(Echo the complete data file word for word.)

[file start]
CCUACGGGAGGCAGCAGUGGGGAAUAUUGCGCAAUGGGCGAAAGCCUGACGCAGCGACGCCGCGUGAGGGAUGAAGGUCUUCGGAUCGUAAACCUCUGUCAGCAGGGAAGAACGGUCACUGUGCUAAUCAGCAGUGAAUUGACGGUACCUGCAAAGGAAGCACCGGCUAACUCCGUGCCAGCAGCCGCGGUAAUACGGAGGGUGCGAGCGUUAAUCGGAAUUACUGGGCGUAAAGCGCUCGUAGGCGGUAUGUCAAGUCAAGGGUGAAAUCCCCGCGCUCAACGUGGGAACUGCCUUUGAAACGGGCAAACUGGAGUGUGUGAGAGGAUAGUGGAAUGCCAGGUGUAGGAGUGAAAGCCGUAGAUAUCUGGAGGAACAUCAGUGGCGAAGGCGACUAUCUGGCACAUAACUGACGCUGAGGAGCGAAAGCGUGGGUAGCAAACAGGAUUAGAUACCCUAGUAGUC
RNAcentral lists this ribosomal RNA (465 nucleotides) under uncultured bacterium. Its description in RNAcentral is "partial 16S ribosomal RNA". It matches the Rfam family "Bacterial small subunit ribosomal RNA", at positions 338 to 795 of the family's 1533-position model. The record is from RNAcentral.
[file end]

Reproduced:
CCUACGGGAGGCAGCAGUGGGGAAUAUUGCGCAAUGGGCGAAAGCCUGACGCAGCGACGCCGCGUGAGGGAUGAAGGUCUUCGGAUCGUAAACCUCUGUCAGCAGGGAAGAACGGUCACUGUGCUAAUCAGCAGUGAAUUGACGGUACCUGCAAAGGAAGCACCGGCUAACUCCGUGCCAGCAGCCGCGGUAAUACGGAGGGUGCGAGCGUUAAUCGGAAUUACUGGGCGUAAAGCGCUCGUAGGCGGUAUGUCAAGUCAAGGGUGAAAUCCCCGCGCUCAACGUGGGAACUGCCUUUGAAACGGGCAAACUGGAGUGUGUGAGAGGAUAGUGGAAUGCCAGGUGUAGGAGUGAAAGCCGUAGAUAUCUGGAGGAACAUCAGUGGCGAAGGCGACUAUCUGGCACAUAACUGACGCUGAGGAGCGAAAGCGUGGGUAGCAAACAGGAUUAGAUACCCUAGUAGUC
RNAcentral lists this ribosomal RNA (465 nucleotides) under uncultured bacterium. Its description in RNAcentral is "partial 16S ribosomal RNA". It matches the Rfam family "Bacterial small subunit ribosomal RNA", at positions 338 to 795 of the family's 1533-position model. The record is from RNAcentral.